All Things Considered

Weekdays 4:00-6:00 PM
Melissa Block, Robert Siegel

In-depth reporting and transformed the way listeners understand current events and view the world. Every weekday, hear two hours of breaking news mixed with compelling analysis, insightful commentaries, interviews, and special - sometimes quirky - features. 

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3:02pm

Sun September 29, 2013
Author Interviews

How Two Brothers Waged A 'Secret World War' In The 1950s

Originally published on Sun September 29, 2013 4:30 pm

Courtesy of Times Books

John Foster Dulles and Allen Dulles were the forefathers of using covert operations to upset foreign governments — with the aim of overthrow.

They learned the reach of American power abroad when they were partners at an influential New York law firm. Later, with John Foster Dulles serving as secretary of state and Allen Dulles as CIA chief, they shared power in the President Dwight Eisenhower's administration.

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4:56pm

Sat September 28, 2013
Author Interviews

'Faithful Scribe': Tracing Ancestry Through Pakistan's History

Originally published on Sat September 28, 2013 5:10 pm

The Faithful Scribe, by Shahan Mufti

In The Faithful Scribe, Shahan Mufti examines the history of Pakistan and its relationship to the United States. He also explores how his own family story is part of the tumultuous story of the world's first Islamic democracy.

"A huge impetus for me in writing this book was actually being on both sides of this present conflict, where America is involved in this war in Afghanistan," Mufti tells NPR's Arun Rath. "As we know, the place of Pakistan in this conflict is very dubious and questionable."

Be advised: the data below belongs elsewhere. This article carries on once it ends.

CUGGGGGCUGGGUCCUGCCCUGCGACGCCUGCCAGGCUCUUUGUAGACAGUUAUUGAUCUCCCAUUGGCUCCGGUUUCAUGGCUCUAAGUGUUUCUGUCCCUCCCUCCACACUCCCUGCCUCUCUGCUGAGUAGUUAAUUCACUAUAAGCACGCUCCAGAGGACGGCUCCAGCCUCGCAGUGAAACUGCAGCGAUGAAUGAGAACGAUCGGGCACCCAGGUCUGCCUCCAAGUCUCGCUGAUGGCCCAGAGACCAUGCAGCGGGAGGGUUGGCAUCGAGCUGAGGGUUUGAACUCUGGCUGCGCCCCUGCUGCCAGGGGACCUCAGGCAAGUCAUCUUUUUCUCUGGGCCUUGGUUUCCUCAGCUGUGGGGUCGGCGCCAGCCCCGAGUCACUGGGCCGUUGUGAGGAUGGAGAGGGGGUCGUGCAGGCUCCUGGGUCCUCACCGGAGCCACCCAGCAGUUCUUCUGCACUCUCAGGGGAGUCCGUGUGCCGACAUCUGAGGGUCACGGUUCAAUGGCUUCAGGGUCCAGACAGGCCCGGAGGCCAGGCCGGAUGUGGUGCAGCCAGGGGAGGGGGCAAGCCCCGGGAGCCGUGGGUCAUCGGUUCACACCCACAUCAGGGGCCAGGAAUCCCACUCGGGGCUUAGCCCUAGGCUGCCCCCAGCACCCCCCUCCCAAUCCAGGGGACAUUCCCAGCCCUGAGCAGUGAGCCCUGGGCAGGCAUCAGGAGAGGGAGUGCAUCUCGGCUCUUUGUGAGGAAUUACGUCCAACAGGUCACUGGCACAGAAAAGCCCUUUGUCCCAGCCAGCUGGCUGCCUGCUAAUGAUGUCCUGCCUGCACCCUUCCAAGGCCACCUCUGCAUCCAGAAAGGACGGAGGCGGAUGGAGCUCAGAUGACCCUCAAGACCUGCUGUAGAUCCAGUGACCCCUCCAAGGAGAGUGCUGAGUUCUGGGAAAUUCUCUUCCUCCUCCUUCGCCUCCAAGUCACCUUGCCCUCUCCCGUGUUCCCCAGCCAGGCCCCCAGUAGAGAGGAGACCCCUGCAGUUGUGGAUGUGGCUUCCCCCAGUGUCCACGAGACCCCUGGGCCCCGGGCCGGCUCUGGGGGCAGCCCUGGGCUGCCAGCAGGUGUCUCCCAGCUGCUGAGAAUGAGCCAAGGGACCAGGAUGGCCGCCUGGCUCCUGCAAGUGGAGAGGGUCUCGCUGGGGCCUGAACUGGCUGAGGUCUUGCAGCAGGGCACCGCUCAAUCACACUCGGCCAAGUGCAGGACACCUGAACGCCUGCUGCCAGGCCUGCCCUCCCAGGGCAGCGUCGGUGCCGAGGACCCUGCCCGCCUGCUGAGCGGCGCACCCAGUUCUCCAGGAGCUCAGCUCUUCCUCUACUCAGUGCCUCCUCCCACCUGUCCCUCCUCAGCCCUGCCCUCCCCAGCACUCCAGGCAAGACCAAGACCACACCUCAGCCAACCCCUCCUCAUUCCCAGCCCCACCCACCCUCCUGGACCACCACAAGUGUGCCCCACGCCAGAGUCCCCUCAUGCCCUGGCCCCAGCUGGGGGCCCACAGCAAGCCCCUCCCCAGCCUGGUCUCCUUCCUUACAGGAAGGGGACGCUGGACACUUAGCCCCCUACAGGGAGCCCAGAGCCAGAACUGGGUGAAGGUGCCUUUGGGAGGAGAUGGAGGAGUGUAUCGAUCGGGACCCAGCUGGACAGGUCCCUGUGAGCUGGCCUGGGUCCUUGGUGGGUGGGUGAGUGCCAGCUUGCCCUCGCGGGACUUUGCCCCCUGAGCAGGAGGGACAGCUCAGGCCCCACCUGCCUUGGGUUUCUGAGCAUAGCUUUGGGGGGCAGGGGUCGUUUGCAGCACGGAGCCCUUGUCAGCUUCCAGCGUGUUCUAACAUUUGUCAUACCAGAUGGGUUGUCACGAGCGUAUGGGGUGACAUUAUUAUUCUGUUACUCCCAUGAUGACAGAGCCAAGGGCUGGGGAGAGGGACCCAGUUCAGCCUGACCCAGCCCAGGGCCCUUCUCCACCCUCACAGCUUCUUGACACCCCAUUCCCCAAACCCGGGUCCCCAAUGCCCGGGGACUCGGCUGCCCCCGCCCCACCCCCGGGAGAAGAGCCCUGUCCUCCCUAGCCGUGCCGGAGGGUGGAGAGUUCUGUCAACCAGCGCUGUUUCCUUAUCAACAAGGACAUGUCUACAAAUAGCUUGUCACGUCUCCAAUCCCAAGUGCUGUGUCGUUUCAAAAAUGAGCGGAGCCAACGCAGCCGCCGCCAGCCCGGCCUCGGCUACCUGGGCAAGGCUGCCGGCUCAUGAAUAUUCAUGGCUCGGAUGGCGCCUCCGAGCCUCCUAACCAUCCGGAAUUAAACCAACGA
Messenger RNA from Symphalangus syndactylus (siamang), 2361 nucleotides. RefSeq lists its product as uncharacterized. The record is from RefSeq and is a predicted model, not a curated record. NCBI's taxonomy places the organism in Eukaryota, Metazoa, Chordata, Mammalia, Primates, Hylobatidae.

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4:52pm

Sat September 28, 2013
Health Care

The Religious Alternative To Obamacare's Individual Mandate

Originally published on Tue October 1, 2013 2:54 pm

The Affordable Care Act requires nearly every American to have health insurance or pay a penalty, beginning Jan. 1. The so-called "individual mandate" has been controversial ever since the law was passed.

But for people who fall into a few select categories, the mandate doesn't apply. Like Native Americans who get health coverage through the Indian Health Service, or people who are incarcerated.

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3:18pm

Sat September 28, 2013
World

Mexican State's Anti-Corruption Plan: Hire Female Traffic Cops

Originally published on Mon October 7, 2013 5:25 pm

Dressed in the black and neon orange colors of the new transit police, these women are slated to replace a force of notoriously corrupt traffic cops in Mexico State.
Edith Chapin NPR

In the central State of Mexico, officials are trying a new approach to fight corruption.

Authorities have hired hundreds of women and put them in charge of issuing all traffic violations. They're trying to crack down on the famous mordida, or bribe — a favorite among Mexico's crooked traffic cops.

Authorities say women are more trustworthy and less corrupt than men. But the plan has run into a few snags.

Choosing Female Cops

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3:18pm

Sat September 28, 2013
Pop Culture

The New And The Next: A Haitian Star, Bilingual Speed Dating

Originally published on Sat September 28, 2013 4:52 pm

Maya May, right, started the bilingual speed-dating business, Spanglish Exchange.
Courtesy Spanglish

The online magazine Ozy talks about people, places and trends on the horizon. Co-founder Carlos Watson joins us regularly to tell us about the site's latest discoveries.

This week, he tells NPR's Arun Rath about a rising star in human rights law, a rags-to-riches tale of a whacky impersonator and trend to look out for in the dating world.

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